In addition to the ALK rearrangements, other fusion transcripts of the genes for ROS proto-oncogene 1 (ROS1), ret-proto-oncogene (RET) or NTRK genes have been identified in 1–2% of patients with advanced stage lung cancer. These genomic alterations are liable to be associated with targeted therapies. In this context, NGS approaches were developed to identify these genomic alterations in purified free nucleic acids in blood samples [24,46,47,48]. Based on the hybrid-capture approach, these techniques not look only for rearrangements but also point mutations, insertions, deletions and variations in the number of copies. At present, the NGS techniques are being developed for use with LB and to thereby allow detection of several targeted therapeutics of interest with a single approach. However, these approaches probably still lack sufficient sensitivity to date and different ring studies will be probably useful before using them in clinical routine practice.

7. Detection of ALK Mutations in Liquid Biopsies

Despite a frequent effective therapeutic response in the first months of administration of targeted therapeutics the patients with an ALK rearrangement relapse or progress, essentially due to the emergence of mutations in ALK [15]. Many different ALK mutations occur and can be detected by NGS analysis with free circulating tumor DNA. The detection of these mutations leads to changes in the targeted therapeutics. It is important to note that depending on the treatment used to target an ALK rearrangement, the resistance mutations that emerge on the ALK gene can be different [15]. For example, the L1196M mutation often occurs after treatment with crizotinib, G1202R after ceritinib or alectinib, F1174C after ceretinib and I1171T/N/S after alectinib treatment [15].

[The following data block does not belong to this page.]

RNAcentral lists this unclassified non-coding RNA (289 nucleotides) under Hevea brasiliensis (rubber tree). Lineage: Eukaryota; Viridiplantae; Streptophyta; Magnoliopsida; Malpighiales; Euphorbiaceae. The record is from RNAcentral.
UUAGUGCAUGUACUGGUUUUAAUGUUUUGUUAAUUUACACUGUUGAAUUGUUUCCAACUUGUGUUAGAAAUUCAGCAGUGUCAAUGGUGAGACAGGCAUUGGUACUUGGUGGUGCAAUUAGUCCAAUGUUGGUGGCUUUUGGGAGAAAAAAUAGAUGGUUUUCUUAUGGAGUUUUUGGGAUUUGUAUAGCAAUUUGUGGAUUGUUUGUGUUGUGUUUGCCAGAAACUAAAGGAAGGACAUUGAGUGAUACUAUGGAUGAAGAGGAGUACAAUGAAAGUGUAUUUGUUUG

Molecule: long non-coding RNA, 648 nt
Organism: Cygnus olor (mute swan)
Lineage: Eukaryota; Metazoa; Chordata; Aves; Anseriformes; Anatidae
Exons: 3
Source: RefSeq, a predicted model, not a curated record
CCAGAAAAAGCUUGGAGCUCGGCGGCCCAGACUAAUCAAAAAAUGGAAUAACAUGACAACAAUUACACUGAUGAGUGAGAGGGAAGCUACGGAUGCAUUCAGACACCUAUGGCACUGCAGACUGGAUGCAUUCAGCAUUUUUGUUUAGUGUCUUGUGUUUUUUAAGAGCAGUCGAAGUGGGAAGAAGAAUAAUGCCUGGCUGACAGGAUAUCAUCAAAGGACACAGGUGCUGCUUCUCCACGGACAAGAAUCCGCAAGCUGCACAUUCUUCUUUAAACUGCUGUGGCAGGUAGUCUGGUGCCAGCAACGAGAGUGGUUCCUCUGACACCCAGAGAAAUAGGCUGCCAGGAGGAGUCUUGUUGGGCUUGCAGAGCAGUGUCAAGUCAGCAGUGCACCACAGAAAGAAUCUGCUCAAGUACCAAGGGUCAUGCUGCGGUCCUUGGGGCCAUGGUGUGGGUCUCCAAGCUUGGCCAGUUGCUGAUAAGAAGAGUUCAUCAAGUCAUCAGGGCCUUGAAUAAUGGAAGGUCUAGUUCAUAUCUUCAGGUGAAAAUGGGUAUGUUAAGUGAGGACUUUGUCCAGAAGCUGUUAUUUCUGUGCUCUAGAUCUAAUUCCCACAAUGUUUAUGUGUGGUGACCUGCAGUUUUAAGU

8. Advantages and Limits of the Liquid Biopsies for the Assessment of ALK Status